and that Mama loved music. She was an accomplished pianist. Beautiful music filled the house when she played her pianoforte in the parlor. Sometimes when Bess brought me in to say goodnight, Papa would be sitting beside Mama, kissing her neck as she played and she would be smiling at him in the special way that she reserved only for him. I think they must have been very happy. They laughed a lot in those days. Then, the war came.
LBP: Forgive me for asking what may be a painful question, but what do you remember of the war?
MC: Yes, it is still painful after all this time, but I will try to answer as best I can. This was how time was marked with our people: before the war and then after.
Most of my memories from the war are thankfully not all that clear. It may also be that I have deliberately locked them away in my mind’s deepest recesses. It was a dreadful time. I do remember Mama crying a lot and staring at the small tintype of Papa in his uniform. She read and reread his treasured, but infrequent letters. I know that I often cried myself to sleep at night because I missed my adored papa so much. Toward the end we were hungry all the time because there simply wasn’t anything left to eat. Mama became so thin that Bess fumed and declared that someone would be made to pay for visiting all this trouble upon us, but how this was to be accomplished was unclear since we were just females left to fend for ourselves.
The extent of our defenselessness was resoundingly brought home to us in late November 1864. Although my war memories may be sketchy in some ways, frightening clarity surrounds the arrival of Sherman’s soldiers on their relentless March to the Sea. Even now their shouts and snarling faces haunt my dreams. Some nights I’m disturbed with nightmares of choking on the acrid smoke of our burning home, trying not to reveal our position with coughing, and of the milk cow’s terrified bawling as she was consumed in the barn’s inferno. Mama, Bess, and I hid in the woods down by the river while those men stole everything that wasn’t nailed down and set fire to what they couldn’t carry off.
LBP: It must have been a very difficult time. With your home burned, where did you find shelter?
MC: After the ashes cooled, Bess found a few pieces of tin and repaired the damaged roof over the kitchen, the only building not completely destroyed. We stayed there and made do as best we could. Bess begged Mama to move into town where Papa’s spinster sisters had a small house, but Mama insisted that we couldn’t leave the farm because Papa would expect to find us there.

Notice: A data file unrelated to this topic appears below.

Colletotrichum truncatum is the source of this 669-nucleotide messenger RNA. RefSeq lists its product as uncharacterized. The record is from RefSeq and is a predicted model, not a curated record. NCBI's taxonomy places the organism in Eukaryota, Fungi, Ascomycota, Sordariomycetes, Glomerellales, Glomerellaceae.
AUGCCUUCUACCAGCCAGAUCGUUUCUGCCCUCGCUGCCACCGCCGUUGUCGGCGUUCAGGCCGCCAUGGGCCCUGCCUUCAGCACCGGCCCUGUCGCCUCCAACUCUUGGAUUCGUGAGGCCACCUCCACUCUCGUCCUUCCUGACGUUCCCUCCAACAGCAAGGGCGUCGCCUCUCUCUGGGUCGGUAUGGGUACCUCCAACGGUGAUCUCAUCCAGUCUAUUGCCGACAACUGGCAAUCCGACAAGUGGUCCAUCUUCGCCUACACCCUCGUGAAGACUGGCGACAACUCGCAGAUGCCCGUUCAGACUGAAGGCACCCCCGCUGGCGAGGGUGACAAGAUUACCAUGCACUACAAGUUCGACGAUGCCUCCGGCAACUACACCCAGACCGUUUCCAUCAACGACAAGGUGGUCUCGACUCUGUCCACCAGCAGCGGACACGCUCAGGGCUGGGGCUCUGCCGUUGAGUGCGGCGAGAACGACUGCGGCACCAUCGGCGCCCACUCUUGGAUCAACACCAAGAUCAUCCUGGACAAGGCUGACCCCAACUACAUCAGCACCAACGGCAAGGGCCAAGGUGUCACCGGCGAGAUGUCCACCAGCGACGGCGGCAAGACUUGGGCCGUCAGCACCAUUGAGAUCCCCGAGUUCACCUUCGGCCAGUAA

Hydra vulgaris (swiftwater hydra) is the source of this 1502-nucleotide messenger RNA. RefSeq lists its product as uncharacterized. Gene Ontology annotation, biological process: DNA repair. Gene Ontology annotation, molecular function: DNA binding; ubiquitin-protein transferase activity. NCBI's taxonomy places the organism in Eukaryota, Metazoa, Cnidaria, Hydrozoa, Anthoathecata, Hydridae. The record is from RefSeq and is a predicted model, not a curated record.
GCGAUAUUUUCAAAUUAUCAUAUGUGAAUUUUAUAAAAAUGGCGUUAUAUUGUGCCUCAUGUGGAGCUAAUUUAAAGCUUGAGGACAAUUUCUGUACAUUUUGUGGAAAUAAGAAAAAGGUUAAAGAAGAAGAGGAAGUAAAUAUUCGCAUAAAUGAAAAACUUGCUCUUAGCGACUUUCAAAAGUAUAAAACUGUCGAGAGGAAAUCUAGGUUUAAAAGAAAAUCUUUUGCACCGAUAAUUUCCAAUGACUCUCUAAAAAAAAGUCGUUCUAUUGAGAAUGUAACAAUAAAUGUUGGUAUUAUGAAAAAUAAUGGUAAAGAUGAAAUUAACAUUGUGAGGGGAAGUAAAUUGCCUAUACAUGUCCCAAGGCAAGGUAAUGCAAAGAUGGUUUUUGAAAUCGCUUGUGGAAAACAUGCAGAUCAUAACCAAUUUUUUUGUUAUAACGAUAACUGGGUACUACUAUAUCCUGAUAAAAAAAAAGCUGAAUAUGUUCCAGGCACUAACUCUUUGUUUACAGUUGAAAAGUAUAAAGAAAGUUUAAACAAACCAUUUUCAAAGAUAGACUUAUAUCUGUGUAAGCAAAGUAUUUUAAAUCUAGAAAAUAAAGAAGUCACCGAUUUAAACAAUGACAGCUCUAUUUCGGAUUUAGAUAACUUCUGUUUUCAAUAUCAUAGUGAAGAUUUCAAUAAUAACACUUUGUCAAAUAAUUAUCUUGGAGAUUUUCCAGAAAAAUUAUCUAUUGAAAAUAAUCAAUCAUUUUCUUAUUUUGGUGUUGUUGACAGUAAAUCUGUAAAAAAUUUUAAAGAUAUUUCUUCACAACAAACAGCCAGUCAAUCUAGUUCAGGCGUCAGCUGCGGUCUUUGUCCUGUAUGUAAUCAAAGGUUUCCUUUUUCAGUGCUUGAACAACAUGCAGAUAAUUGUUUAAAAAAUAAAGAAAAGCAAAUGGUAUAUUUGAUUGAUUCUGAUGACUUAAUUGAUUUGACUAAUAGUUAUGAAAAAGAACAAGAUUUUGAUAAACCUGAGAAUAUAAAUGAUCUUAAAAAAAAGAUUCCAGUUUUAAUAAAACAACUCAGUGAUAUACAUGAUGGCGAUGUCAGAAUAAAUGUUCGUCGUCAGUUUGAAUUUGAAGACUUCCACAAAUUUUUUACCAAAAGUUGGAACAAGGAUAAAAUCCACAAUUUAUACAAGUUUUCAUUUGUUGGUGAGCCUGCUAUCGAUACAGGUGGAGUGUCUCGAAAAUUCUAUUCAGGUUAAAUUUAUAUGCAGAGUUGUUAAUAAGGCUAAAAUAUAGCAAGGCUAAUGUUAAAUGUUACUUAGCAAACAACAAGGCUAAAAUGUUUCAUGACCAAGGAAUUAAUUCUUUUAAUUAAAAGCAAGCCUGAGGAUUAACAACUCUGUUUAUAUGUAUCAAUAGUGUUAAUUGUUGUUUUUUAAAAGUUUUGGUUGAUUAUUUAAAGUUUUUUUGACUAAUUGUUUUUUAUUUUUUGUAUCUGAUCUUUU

LBP: What was it like when the war finally ended?
MC: Some six or seven months after Sherman’s March, Papa came home. It was the summer of 1865. I was just a child, but even then I knew that life as we had known it was over forever.
This is where the fabric of my life increases in its complexity. The texture becomes richer and the pattern becomes more intricate. In unraveling the threads, I hoped they could be rewoven into a firmer, more solid whole – one without the holes and ragged edges that marred it. This examination became the fibers of my memoir.
At first, I wasn’t sure that it was my papa who had returned to us. It wasn’t just the difference between my five-year-old memories of him and the perceptions of a more grown up girl of nine. He’d become someone I simply couldn’t recognize. His uniform, in which he had once taken such pride, was tattered and filthy. His skin seemed to fold loosely over his tall frame and his eyes were so sunken that his once handsome face had taken on the appearance of a death mask. But the thing that frightened me most was that he didn’t speak to us, not even when Mama cried and begged him to tell her how she could help. By day, he spent most of his time alone simply walking the fields that had once been so productive. He wept at night when I suppose he thought no one could hear him, but why he thought he couldn’t be heard is beyond me, for all of us slept in the same cramped space. And sometimes he cried out in his sleep as though he was still off fighting.